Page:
Tapping into Qemu
Qemu - the virtualization software and system emulator by Fabrice Bellard and the fine folks at www.qemu.org is capable of emulating a wide variety of systems. When you pair it up with FreeBSD, and the if_bridge(4) and tap(4) interfaces you can create a complete virtualized network inside your host machine.
This techbits article will show you how to set up and run the virtual machines in the above image. They were developed with Qemu version 7.2.0 along with a number of custom scripts that allow easy bridge and tap setup and virtual machine setup.
If you want, you can download the lab layout and scripts here and follow along.
The host machine file directory layout for the exercises is:
/home/foo /LAB /SCRIPTS _create2bsds.sh (script to create two Qemu disks images) left.sh (script for running 'left' VM host') right.sh (script for running 'right' VM host') mkbr.sh (script to create bridge and tap devices) /BMP FreeBSD_splash_640x480.bmp (splash screen) /ISO fbsd.iso (latest FreeBSD install iso) /VM left.img (Qemu disk image for 'left' hosts) right.img (Qemu disk image for 'right' host)
You will need:
- A laptop or desktop machine, preferably running a 64 bit AMD or Intel CPU with at least 8 GB of memory. More memory will give you better performance when running the host and four or more QEMU virtual machines simultaneously. This will be the host machine, noted as such throughout this article. A large, fast disk (SSD preferred) with at least 256GB is recommended.
- A decent sized monitor to be able to view several (possibly up to 8) terminal windows at once. A screen capable of 1920 x 1080 works nicely.
- A decent Internet connection, preferably wired (gigabit speed recommended)
- A recently downloaded ISO of FreeBSD to install on the QEMU virtual machines. It is, of course, best if you can use the same version on the host and all virtual machines.
- The host machine will need a graphical environment such as X Windows and a decent window manager such as XFCE or similar.
Step by step instructions follow.
If you already have FreeBSD installed on your host machine, skip to the next section.
Install FreeBSD on the host machine on your local network, and update it to the latest patch level with
freebsd-update(8) fetch install.
Note that the default user should be a member of the wheel group.
Install a graphical desktop and window manager on the host machine. The following packages should be sufficient. Installation, even over a fast Internet connection will take some time.
- xorg – Graphical environment, will bring in a lot of dependencies
- xfce4 (or use a different window manager. Use the latest version.)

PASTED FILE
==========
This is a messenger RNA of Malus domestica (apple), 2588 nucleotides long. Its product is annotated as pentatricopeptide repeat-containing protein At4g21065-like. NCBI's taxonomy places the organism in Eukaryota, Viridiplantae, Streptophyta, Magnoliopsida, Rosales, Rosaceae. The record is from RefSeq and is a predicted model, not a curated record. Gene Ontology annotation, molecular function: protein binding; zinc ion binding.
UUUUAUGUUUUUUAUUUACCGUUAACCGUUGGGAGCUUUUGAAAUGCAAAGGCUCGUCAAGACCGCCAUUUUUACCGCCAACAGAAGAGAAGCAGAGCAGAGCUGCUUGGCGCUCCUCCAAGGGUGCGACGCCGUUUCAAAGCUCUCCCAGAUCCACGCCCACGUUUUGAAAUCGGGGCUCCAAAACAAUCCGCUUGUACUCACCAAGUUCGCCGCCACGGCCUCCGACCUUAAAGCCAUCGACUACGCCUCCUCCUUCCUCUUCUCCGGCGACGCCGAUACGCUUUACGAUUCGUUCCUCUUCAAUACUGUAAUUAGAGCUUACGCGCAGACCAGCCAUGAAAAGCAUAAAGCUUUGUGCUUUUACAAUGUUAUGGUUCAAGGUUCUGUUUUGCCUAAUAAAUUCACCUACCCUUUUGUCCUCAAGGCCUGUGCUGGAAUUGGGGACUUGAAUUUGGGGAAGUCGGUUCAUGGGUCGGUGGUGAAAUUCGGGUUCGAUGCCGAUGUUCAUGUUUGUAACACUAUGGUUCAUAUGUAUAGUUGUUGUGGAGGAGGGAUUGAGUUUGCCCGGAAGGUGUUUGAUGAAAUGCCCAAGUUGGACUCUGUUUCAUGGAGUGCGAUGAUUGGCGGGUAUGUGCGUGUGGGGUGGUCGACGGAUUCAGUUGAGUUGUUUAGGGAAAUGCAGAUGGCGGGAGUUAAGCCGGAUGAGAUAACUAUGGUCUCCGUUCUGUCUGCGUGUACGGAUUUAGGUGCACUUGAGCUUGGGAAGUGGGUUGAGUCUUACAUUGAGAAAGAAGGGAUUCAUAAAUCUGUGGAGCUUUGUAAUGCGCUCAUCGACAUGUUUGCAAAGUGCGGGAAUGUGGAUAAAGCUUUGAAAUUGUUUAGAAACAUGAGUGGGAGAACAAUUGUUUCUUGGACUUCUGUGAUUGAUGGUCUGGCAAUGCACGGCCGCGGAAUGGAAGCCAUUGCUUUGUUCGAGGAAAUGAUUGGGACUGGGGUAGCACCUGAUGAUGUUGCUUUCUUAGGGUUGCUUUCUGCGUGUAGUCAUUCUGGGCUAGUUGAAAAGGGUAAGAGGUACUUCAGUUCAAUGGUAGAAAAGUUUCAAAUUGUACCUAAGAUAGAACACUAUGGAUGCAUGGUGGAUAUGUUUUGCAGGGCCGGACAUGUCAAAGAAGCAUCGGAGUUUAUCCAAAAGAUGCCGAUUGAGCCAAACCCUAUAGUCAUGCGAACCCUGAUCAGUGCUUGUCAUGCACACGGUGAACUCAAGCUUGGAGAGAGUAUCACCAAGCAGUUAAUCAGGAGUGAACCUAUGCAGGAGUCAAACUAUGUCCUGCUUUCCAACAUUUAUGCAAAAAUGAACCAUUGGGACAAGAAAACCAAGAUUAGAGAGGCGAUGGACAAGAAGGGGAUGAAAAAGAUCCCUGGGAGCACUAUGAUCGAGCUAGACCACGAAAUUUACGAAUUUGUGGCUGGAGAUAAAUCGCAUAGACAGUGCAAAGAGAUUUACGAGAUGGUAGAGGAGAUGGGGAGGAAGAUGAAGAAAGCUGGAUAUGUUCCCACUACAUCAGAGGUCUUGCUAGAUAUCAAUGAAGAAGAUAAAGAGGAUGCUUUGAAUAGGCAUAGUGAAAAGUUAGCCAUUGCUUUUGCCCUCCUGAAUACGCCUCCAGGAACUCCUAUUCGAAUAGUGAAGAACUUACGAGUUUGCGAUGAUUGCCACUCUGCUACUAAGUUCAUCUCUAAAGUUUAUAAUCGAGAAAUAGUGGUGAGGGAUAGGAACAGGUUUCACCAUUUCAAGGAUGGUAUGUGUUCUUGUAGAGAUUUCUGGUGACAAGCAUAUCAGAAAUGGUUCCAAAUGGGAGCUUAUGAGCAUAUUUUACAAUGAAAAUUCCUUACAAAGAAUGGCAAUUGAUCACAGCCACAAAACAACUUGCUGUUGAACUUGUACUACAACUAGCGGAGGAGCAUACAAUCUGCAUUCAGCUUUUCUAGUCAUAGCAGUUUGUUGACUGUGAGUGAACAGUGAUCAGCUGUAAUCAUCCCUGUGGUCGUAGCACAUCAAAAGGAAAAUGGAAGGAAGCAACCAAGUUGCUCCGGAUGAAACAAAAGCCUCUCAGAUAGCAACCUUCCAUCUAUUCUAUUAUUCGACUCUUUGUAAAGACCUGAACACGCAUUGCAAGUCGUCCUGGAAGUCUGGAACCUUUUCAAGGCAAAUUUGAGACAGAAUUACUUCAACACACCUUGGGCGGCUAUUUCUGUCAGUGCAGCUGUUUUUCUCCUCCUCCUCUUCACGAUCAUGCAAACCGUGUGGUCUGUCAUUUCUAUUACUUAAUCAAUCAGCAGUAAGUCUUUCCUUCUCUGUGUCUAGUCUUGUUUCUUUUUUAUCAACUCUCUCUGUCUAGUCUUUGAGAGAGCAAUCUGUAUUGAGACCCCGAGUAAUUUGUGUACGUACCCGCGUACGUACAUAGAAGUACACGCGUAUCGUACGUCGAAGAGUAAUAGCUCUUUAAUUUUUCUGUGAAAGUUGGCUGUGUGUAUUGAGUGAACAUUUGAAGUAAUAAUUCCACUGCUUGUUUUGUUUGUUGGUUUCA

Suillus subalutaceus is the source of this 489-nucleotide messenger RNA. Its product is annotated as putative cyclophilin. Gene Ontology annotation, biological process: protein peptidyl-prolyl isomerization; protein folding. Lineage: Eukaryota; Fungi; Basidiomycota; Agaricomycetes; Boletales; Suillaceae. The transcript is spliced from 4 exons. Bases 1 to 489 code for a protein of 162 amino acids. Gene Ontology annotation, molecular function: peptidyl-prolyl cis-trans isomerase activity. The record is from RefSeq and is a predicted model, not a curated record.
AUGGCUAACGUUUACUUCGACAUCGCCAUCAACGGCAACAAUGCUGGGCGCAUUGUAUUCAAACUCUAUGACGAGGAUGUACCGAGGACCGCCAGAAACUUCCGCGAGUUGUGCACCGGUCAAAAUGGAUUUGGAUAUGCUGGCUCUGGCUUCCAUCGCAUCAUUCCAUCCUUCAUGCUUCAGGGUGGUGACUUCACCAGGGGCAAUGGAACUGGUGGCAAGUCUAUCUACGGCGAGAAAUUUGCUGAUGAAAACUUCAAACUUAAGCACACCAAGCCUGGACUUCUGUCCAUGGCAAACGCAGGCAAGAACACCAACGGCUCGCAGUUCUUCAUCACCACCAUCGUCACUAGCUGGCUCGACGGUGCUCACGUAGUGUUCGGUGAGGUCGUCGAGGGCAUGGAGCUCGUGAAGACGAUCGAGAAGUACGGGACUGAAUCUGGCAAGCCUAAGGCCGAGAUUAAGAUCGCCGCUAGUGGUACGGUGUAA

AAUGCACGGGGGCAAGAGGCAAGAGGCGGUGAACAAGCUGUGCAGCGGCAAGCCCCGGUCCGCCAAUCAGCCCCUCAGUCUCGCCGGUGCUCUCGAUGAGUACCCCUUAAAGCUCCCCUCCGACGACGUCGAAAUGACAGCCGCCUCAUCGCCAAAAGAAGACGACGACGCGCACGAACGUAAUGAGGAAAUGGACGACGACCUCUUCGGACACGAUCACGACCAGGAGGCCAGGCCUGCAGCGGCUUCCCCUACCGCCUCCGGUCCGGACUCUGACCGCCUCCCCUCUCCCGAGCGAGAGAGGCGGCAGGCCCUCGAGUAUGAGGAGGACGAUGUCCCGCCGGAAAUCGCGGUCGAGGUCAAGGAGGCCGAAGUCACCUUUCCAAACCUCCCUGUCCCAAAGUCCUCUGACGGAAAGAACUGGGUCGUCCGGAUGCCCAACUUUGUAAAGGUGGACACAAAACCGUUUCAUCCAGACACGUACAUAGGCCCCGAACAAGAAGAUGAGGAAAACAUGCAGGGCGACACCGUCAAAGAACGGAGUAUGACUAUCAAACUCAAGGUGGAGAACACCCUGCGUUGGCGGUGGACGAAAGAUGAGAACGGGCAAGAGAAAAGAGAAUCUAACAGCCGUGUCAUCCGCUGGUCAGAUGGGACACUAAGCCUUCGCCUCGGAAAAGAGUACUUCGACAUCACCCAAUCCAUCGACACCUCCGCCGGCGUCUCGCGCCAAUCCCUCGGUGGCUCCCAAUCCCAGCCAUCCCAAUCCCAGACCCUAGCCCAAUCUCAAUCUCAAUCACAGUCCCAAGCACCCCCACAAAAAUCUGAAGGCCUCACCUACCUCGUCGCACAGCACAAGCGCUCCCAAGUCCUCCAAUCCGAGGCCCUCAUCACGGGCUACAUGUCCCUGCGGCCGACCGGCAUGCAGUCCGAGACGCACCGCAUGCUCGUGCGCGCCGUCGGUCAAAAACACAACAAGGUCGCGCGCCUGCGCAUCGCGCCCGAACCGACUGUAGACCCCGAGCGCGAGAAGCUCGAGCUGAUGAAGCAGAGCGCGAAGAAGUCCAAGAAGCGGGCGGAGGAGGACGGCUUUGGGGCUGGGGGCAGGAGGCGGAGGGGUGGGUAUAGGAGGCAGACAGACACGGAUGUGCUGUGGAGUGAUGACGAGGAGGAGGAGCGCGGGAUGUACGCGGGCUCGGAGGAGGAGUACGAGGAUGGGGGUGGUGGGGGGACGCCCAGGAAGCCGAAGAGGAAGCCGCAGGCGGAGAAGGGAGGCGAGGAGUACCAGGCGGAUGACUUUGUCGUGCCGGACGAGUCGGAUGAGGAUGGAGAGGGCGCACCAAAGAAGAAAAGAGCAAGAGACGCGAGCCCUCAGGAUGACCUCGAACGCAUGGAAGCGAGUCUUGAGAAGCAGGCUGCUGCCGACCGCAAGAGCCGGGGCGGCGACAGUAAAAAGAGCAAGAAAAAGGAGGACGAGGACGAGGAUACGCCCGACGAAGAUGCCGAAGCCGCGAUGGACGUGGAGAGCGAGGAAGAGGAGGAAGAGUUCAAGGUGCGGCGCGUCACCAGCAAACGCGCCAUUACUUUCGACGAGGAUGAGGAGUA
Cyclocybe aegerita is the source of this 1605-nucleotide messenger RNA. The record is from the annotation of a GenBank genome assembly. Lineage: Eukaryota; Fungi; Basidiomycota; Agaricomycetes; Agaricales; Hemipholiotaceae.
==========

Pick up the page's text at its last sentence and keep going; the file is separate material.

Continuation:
- qemu – software for virtualization. With Qemu, you get very granular control over all aspects of the virtual machine. The KVM Qemu version is not required (or desired).
- nmap – required for including the ncat(1) program, the version used in this book.
- sudo – required to run virtual machines as root (configure sudo as needed)
- shell_of_your_choice – or just use the Bourne shell if you are old-school.
$ sudo pkg install xorg xfce qemu nmap sudo
Once the host software is installed, you should confgure the graphical environment and window manager to your liking, and double check all network settings.
One note about the xfce4 window manager - its xfce-terminal graphical terminal has features that make using it for these exercises very handy - scriptable tabs and resizing, command execution, and window placement. Some examples are given below.
Installation of the virtual machines and the required packages are described below.
Virtual Machine Install
You’ll need to move the downloaded .iso to the ~/LAB/ISO directory. Also,
the scripts below assume the name to be
fbsd.iso so either rename the
downloaded file, or better, make a link:
$ ln -s FreeBSD-13.1-RELEASE-amd64-dvd1.iso fbsd.iso $ ls -al total 3755526 drwxr-xr-x 2 jpb jpb 4 Mar 26 17:20 . drwxr-xr-x 5 jpb jpb 5 Mar 26 17:33 .. -rw-r--r-- 1 jpb jpb 4621281280 May 16 2022 FreeBSD-13.1-RELEASE-amd64-dvd1.iso lrwxr-xr-x 1 jpb jpb 35 May 16 2022 fbsd.iso -> FreeBSD-13.1-RELEASE-amd64-dvd1.iso
The next step is to set up the two virtual machines. This involves creating a Qemu file-based disk image for each and installing FreeBSD on the images from the same ISO you used for the host install. Follow these steps for installing the virtual machines:
- Change directory to the location for virtual machines ( ~/LAB/VM). Run the qemu-img command to create two images – one for the “left” VM and the other for the “right” VM:
$ qemu-img create -f raw -o size=15G left.img $ qemu-img create -f raw -o size=15G right.img
Note that Qemu uses a technique called “copy on write” for managing disk space. This technique does not require a complete 15G disk, just a stub version that is managed directly by the VM. The disk grows dynamically as the VM writes to it.
The naming conventions above are used throughout this article, but you can name them whatever you want.
Virtual Machine Network
Before you start the Qemu software, you will need to set up one software if_bridge(4) devices and two tap(4) devices. The tap devices are used by Qemu as part of the network em(4) devices.
A script, mkbr.sh, is the easiest way to accomplish correctly setting up the bridge and tap devices. You can specify bridge and tap devices, the only requirement being that the bridge come before the tap devices that are connected to it. Here’s an example:
$ sudo /bin/sh mkbr.sh reset bridge0 tap0 tap1 _hostintf_
Substitute your host ethernet interface (igb0, em0, etc.) for “hostintf” in the above command. This script will create bridge0 and attach two taps and the ethernet interface. Run ifconfig -a to see all the devices in their new configuration. It also sets the required sysctls to work with tap(4) devices.
Install the Virtual Machines
Note that this install creates a FreeBSD system with a single interface - em0. The interface is bound to a tap(4) device defined above.
We will assume that the directory layout is as shown above and the FreeBSD iso file is in /home/foo/LAB/ISO/fbsd.iso.
The below script will start Qemu set to boot the fbsd.iso image and configure the virtual machine with 4GB memory, a vga card, hard disk, and one ethernet port.
Put the below text into a script file (e.g. left.sh) execute this script under sudo(8). Note the use of relative file paths.
#!/bin/sh # Basic Qemu vm startup script for booting FreeBSD /usr/local/bin/qemu-system-x86_64 -monitor none \ -cpu qemu64 \ -vga cirrus \ -m 4096 \ -cdrom ../ISO/fbsd.iso \ -boot order=cd,menu=on,splash=BMP/FreeBSD_splash_640x480.bmp,splash-time=3000 \ -drive if=none,id=drive0,cache=none,aio=threads,format=raw,file=../VM/left.img \ -device virtio-blk,drive=drive0 \ -netdev tap,id=nd0,ifname=tap0,script=no,downscript=no,br=bridge0 \ -device e1000,netdev=nd0,mac=02:20:6c:65:66:74 \ -name \"left\"